Your post long run window, like the pre-run window, lasts as long as the run itself…or at least until you have to pee. During this time you can alternate water and sport drink, just make sure that they are cold as you’ll be more likely to drink it!

Final Thoughts

I know it sounds like a lot of work, but it’s worth it. Managing your nutrition is a critical part of being able to train to your potential. And quality training begets improved fitness, and improved fitness will set the stage for a great run. And now that you are a hydrating machine, you’ll be ready for race day no matter what the weather brings. Good luck!

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Get more of Coach Patrick’s thoughts on hydration here: Watch Coach P on YouTube!  Rather Listen? Get the Podcast!

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21 Responses to “Hydrate or Die: How To Hydrate for those Hot Long Runs”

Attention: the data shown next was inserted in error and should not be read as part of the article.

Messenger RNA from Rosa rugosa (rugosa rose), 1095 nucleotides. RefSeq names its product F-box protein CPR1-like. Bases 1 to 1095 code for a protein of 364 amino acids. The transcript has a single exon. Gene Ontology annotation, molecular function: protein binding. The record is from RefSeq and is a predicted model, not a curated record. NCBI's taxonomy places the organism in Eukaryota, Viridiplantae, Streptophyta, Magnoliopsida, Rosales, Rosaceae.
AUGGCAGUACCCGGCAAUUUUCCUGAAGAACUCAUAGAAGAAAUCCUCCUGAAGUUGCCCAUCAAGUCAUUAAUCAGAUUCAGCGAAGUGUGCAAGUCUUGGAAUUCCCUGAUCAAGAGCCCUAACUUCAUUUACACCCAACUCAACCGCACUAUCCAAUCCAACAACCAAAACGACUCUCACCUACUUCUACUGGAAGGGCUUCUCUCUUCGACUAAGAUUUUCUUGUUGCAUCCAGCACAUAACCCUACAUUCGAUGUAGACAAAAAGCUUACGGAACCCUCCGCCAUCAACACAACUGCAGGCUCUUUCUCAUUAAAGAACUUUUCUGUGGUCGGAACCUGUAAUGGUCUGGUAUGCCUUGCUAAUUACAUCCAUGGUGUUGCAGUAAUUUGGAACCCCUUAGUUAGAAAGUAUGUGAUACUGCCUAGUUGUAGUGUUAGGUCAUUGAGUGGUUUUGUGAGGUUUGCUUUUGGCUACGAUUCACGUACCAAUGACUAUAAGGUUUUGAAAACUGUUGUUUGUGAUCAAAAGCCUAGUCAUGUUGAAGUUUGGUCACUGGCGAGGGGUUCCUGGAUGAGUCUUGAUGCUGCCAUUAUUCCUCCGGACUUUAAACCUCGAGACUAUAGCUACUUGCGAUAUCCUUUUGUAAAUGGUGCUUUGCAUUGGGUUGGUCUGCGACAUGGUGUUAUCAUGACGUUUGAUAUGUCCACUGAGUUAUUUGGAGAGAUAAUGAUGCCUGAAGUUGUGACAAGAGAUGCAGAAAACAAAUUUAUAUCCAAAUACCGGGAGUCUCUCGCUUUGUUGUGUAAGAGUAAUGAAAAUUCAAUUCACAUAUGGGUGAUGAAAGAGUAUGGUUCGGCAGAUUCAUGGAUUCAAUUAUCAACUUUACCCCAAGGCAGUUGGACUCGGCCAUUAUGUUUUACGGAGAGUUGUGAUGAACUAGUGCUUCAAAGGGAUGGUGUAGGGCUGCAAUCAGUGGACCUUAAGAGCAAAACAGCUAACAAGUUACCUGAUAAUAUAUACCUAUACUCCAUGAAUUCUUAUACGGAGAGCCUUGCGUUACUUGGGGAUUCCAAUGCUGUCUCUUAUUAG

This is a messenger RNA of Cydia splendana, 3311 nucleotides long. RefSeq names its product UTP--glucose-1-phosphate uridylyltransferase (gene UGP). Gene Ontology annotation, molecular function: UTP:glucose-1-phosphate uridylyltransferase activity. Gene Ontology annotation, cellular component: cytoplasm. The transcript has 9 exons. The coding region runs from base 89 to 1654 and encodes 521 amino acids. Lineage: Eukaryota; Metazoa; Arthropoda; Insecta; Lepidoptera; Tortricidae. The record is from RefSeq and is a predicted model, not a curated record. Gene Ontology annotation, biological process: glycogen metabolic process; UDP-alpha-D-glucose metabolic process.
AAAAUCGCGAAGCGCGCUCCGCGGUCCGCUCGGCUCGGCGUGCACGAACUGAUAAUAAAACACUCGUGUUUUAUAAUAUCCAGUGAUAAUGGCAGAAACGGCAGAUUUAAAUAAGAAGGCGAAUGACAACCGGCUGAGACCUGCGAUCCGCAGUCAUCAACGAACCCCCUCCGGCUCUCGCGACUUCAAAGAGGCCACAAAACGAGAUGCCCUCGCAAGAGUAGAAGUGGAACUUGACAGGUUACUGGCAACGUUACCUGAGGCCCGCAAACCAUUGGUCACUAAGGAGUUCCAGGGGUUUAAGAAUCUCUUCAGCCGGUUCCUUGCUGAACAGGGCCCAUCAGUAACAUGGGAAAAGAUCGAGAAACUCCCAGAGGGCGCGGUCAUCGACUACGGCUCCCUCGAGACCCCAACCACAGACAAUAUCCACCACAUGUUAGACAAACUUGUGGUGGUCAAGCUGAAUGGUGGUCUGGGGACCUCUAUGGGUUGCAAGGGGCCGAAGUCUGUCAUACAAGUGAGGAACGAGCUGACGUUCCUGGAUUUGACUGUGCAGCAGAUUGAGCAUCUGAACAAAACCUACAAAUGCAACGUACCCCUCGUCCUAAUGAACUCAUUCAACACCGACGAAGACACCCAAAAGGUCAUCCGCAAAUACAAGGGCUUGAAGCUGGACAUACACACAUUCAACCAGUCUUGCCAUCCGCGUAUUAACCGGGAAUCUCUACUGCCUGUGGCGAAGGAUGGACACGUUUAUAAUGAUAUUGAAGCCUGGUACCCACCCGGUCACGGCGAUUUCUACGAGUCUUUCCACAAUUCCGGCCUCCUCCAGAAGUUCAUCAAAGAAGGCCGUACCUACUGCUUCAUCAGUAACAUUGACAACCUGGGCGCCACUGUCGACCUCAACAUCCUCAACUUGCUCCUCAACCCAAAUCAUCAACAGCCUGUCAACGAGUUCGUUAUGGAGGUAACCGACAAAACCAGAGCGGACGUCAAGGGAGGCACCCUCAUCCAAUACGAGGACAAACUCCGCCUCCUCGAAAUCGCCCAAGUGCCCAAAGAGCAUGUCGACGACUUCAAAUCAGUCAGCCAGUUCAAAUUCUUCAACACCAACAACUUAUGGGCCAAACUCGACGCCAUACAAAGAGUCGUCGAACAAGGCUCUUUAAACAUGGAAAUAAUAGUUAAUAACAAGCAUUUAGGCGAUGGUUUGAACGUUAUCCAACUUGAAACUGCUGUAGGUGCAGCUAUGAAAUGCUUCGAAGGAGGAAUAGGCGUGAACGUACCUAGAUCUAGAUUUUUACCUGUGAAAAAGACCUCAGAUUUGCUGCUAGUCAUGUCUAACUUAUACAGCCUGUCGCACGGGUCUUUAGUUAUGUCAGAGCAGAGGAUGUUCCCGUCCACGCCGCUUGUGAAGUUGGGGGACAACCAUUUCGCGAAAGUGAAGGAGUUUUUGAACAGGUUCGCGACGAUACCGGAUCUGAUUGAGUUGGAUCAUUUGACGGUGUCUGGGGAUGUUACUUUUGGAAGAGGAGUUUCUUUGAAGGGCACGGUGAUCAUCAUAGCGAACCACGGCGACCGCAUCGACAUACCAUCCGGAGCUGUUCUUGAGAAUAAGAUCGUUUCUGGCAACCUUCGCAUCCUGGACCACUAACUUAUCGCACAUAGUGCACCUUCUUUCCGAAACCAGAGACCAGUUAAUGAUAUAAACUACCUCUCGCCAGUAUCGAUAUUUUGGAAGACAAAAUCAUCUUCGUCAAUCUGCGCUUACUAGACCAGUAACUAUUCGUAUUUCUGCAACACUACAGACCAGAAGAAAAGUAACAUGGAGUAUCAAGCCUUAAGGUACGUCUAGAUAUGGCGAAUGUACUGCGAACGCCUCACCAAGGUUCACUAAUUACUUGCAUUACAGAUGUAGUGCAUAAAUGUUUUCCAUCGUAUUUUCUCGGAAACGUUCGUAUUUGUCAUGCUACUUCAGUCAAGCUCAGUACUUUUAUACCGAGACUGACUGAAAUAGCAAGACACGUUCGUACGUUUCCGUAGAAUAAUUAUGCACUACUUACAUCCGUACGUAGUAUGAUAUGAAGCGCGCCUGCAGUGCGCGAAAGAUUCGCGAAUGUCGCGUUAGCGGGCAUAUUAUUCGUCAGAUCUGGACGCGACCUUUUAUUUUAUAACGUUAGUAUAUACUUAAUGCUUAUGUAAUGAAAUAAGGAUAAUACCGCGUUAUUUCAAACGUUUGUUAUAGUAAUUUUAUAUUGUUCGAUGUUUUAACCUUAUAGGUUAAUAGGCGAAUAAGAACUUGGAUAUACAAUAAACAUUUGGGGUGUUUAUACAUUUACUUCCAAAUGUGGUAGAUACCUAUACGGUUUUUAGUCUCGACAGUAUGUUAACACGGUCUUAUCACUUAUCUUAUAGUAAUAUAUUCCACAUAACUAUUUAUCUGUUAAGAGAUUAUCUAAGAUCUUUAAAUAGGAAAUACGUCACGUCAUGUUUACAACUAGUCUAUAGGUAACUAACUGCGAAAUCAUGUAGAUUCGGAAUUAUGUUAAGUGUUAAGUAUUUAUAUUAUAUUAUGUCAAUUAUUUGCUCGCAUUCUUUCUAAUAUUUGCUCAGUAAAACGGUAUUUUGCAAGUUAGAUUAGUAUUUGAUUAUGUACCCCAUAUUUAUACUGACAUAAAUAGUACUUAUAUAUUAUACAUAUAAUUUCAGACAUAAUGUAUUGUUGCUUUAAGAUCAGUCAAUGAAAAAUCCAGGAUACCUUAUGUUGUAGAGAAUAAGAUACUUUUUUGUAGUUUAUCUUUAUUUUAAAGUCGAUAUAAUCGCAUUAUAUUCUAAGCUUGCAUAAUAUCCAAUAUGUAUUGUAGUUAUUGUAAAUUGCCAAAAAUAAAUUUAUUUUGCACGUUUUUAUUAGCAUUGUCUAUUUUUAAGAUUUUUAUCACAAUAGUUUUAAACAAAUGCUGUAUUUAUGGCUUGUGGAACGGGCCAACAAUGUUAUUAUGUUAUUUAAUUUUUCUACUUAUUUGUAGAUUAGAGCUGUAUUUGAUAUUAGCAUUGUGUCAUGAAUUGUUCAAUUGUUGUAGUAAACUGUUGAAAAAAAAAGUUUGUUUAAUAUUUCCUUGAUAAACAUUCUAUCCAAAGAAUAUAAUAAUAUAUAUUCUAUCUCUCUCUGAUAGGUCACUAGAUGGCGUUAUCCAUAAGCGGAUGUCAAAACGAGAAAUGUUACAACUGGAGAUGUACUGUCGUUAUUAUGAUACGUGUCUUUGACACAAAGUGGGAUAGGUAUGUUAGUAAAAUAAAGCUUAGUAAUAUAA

1. Patrick August 19, 2013 at 2:31 pm #

    @Duncan I would love to see that study!!!

  2. Patrick August 19, 2013 at 2:31 pm #

    @Stacey, you definitely need to check what type of coconut water you are using. Zico, for example, has 140mg of sodium for 14 oz…If you are taking 8 oz for a ten mile run, that means you are getting in 100mg of sodium for 10 miles…and if you running 8 minute miles, that’s 100mg for 1 hour and 20 minutes of exercise…which is definitely not close to between 500 and 1000 mg per hour. I don’t know about other products, but please read those labels people!!

  3. stacey May 11, 2013 at 7:49 pm #

    Coconut water is natural and contains more electrolytes for replenishing your salt stores to avoid dehydration. I prefer to drink coconut water over High sugar containing sports drinks. I also find I only really need about 8 ounces or so of water for a 10 mile run.

  4. Patrick June 13, 2012 at 4:58 pm #